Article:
Fast forward 2 years when I found out I was pregnant with Ophelia.  Immediately I started doing research on gestational diabetes. I didn’t want to get it.  I was hoping there was a way I could prevent it from happening. One day I came across a podcast featuring Lily Nichols. I’ve mentioned it before but she is a superhero to me.  Hands down, cooler than Batman. My admiration for her started after listening to this podcast. I wish I could tell you which podcast it was, but I have no idea. I’ve listened to soooo many since.

Anyways hearing her speak lead me to buying her book, Real Food for Gestational Diabetes which I read before going for my glucose test.  I felt so empowered and full of knowledge. I started right away.  I was eating real, nutrient dense foods with plenty of FAT. Lots and lots of fat. And the carbs? Did I force myself to eat carbs?  Hells no. I stayed clear of the carbs, especially anything processed. Of course there are carbs in vegetables, so I was getting some; but not the recommended amount from most endocrinologists.

 Me on my due date. Ready to pop. Also Finley being super adorable.

Me on my due date. Ready to pop. Also Finley being super adorable.

After getting diagnosed with gestational diabetes again, I felt so much more prepared. I had already been testing my blood sugar regularly (they were fantastic) and writing down my meals.  For my first appointment with the endocrinologist and nutritionist at the hospital (my diabetes team) I brought in my blood sugar numbers and my little food diary jam packed with super nutritious foods.  For some reason I thought that I’d go in and they’d say, “WOW! Great job, you don’t have to come back! You are amazing, you deserve a medal. You should teach a class on how to eat!”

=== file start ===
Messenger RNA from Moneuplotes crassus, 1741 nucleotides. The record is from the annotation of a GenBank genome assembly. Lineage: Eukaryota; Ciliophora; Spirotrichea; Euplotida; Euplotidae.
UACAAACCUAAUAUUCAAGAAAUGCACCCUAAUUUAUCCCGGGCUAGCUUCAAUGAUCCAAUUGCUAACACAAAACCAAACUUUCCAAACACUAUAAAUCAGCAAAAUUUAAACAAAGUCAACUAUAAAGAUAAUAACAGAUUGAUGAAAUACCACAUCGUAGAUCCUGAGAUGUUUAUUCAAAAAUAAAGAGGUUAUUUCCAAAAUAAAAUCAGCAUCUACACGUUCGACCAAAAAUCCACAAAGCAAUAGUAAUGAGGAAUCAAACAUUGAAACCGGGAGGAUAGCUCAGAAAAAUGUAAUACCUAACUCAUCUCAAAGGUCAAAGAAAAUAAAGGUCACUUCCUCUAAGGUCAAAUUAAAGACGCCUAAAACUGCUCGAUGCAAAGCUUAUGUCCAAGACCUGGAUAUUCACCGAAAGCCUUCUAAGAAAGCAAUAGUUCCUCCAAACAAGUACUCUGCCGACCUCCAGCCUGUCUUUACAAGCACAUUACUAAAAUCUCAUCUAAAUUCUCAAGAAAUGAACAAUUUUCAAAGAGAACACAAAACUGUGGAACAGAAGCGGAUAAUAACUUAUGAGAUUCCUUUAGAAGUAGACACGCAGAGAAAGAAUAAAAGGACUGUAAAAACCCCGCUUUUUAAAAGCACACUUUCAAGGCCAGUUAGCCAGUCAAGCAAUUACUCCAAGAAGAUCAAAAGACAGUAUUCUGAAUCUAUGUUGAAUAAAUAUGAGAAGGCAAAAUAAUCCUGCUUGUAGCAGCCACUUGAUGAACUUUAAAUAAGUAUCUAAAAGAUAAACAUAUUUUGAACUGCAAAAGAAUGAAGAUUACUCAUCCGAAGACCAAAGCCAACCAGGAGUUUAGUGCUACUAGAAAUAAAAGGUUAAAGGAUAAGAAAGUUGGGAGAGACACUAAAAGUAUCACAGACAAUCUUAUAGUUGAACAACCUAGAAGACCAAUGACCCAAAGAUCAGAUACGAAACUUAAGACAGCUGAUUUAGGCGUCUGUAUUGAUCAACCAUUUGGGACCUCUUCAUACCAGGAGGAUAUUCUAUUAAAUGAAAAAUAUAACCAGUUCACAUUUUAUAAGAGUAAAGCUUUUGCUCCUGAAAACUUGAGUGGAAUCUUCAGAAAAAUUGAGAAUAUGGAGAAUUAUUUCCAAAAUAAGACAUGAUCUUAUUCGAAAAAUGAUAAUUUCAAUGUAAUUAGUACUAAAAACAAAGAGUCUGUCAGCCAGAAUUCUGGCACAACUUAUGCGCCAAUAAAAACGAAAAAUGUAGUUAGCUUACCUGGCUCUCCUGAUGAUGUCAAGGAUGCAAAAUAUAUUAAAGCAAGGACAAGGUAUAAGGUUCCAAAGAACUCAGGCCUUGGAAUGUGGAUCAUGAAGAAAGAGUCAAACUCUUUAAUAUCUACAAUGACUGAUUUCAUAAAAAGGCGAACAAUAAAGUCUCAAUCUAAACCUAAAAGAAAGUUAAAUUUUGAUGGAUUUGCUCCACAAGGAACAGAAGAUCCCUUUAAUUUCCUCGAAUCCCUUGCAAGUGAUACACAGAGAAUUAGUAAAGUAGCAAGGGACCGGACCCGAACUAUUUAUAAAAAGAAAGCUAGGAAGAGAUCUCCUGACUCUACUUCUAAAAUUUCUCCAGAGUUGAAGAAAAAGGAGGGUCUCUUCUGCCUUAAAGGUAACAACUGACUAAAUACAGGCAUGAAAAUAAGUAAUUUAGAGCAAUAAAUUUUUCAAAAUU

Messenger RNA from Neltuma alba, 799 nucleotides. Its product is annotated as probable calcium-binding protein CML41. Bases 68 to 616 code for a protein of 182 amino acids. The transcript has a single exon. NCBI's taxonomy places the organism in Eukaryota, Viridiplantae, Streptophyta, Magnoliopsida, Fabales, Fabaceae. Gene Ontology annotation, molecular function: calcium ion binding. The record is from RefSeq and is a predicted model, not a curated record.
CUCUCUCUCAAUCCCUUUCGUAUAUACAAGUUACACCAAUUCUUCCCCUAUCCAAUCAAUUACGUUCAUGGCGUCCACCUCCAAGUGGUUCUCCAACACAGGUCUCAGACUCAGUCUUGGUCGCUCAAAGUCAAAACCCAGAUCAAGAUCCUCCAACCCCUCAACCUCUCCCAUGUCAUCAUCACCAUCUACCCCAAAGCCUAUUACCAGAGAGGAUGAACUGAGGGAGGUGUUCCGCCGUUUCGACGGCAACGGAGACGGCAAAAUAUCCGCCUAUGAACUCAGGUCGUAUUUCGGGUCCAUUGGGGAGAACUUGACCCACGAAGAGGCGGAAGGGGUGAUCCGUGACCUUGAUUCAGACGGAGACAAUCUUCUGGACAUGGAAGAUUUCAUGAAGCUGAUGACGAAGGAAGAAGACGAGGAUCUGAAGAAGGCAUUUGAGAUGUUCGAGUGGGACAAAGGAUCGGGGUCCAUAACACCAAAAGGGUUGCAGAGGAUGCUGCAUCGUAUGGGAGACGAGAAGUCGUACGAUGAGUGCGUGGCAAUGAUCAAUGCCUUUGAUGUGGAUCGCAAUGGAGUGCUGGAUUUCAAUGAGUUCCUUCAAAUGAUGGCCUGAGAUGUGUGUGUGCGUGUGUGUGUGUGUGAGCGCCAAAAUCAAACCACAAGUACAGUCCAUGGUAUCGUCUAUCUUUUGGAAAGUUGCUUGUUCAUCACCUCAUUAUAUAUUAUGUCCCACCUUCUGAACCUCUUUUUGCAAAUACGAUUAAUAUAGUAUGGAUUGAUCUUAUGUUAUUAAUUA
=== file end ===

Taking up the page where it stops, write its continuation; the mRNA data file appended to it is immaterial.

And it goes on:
This did not happen. I had to come back the following week and they also told me to eat more carbs. I did not listen. Instead I enrolled in Lily’s class on Gestational Diabetes.  I learned as much as I could so if I needed to I could defend my actions. I felt better than I ever have while pregnant. My blood sugar levels were still amazing and I wasn’t gaining as much weight as I usually do while growing a human being.

The next week I went to my GD appointment and the team didn’t even look at my food diary, they just skimmed my blood sugar numbers and said to come back in two weeks.  

This went on until I was discharged at 37 weeks after not once having my blood sugar out of whack. They made a couple comments about not gaining a lot of weight, but the baby was measuring fine so they guessed it was “ok”.